Mayor Eric Adams gave President Biden a pass Tuesday for the city’s escalating migrant crisis — even while admitting he was “frustrated” that the problem wasn’t being addressed with a national “decompression strategy.”
In response to questions from The Post, Adams again refused to say why he hasn’t called on Biden to secure the southern border, as bipartisan critics have demanded of him.
“I am frustrated with the fact that this is a national issue that must be resolved,” Adams said during an unrelated event in Upper Manhattan.
The mayor then quickly pivoted to address The Post’s front-page report about how more migrants have been sent to the Big Apple by the Democratic mayor of El Paso than by Republican Texas Gov. Greg Abbott.
Adams, a Democrat, has repeatedly attacked Abbott for relocating asylum-seekers to Democrat-run cities, but he spoke earlier this month with El Paso Mayor Oscar Leeser, who later revealed that Hizzoner agreed to “welcome” thousands of migrants from his border city.
Adams said that the difference between the programs run by Abbott and by El Paso was “that we did something that seems very revolutionary right now — we communicated” with El Paso.
“We attempted to communicate with Gov. Abbott’s people, and stated: How do we coordinate during a crisis?” Adams said.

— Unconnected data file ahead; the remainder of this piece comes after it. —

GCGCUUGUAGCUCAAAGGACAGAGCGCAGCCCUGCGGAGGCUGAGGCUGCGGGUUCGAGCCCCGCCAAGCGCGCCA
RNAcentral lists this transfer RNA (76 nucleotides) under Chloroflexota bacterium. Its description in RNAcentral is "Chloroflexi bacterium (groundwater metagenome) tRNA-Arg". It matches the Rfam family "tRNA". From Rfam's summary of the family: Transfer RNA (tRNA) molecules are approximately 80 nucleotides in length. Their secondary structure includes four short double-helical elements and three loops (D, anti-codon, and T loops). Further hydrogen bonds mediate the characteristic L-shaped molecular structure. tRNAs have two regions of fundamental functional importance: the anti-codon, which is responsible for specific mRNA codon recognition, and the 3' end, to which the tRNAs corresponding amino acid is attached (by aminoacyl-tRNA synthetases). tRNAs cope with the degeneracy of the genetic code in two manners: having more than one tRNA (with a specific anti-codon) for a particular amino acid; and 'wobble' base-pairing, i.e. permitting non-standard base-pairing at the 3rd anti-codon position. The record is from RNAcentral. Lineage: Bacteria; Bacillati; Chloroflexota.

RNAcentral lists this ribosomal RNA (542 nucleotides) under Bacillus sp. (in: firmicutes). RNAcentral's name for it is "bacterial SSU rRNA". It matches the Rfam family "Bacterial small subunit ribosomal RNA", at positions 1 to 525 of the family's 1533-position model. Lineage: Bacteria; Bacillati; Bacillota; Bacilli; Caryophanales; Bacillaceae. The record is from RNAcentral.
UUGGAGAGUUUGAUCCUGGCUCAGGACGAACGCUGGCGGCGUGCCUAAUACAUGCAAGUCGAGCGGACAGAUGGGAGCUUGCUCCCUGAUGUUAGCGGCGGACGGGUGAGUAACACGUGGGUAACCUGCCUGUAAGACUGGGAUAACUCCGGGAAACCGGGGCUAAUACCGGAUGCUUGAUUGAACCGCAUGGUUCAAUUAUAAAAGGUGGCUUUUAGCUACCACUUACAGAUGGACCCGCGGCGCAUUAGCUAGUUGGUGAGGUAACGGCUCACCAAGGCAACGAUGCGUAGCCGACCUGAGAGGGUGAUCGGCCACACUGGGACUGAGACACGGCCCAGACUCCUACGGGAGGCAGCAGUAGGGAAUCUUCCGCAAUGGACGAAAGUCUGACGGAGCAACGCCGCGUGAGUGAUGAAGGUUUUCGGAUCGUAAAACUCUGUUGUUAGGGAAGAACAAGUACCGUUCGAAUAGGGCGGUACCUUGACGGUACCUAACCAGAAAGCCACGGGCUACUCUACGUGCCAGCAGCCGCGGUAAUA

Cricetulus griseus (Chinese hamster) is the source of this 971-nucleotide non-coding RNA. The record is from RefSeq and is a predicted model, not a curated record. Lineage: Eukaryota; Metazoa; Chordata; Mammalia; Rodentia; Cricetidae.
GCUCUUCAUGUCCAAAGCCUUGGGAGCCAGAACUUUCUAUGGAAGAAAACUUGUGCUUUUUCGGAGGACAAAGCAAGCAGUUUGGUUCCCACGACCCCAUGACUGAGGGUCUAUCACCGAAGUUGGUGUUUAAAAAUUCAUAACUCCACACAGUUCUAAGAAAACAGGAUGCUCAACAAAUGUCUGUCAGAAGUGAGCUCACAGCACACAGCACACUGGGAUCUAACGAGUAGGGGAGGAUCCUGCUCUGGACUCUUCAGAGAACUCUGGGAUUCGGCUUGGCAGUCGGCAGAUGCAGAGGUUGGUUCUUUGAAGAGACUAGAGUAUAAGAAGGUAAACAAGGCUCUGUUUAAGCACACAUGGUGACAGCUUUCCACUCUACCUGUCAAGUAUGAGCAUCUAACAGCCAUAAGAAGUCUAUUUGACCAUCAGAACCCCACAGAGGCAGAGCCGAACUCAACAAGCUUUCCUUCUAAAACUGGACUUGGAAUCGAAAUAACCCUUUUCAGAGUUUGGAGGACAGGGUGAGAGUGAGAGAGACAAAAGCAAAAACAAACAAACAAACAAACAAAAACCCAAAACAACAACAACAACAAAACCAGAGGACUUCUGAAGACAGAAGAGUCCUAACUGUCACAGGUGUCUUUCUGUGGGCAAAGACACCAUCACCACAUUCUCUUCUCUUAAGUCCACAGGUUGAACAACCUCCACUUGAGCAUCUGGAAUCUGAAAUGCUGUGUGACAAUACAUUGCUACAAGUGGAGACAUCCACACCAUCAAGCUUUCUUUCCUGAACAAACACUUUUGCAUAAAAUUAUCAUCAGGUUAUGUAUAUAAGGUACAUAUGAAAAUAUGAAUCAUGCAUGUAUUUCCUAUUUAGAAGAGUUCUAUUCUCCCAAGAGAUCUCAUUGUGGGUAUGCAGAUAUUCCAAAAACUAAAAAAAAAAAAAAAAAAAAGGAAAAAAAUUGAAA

“So yes, this is a national problem, we must have a national solution to this problem and we can’t just say: Let’s turn our backs on New York City. That comes with coordinating with all of our country with this issue.”
When pressed by The Post on whether he was letting Biden off the hook because he’s seeking $500 million in emergency federal funding, Adams said, “We requested money to deal with the crisis, that’s what we did and it’s what we’re going to continue to do.”
“This is expensive and we should not have to trade off dealing with the needs of New Yorkers and dealing with the needs of migrants and asylum-seekers,” he said.
“That is not fair to New Yorkers. I have an obligation and responsibility to provide the resources that New Yorkers need and I’m going to do that.”
Earlier, Adams also mentioned how he was “hoping the national government deals with the decompression strategy that’s needed,” without elaborating further.
That comment came as the mayor defended his plan to temporarily house migrants in a massive tent city under construction in The Bronx, calling it “a safe, clean environment as we process them for a few days to figure out their needs and move them to the right location.”
“And to those who are saying, you know, it’s inhumane to use tents, I mean, like: What are people talking about?” he said.
“There was a tent [field hospital] in Central Park during COVID. Do people forget? I was on the ground during COVID. I know that we had a boat, a hospital boat that was utilized. Other locations were utilized. This is a humane way.”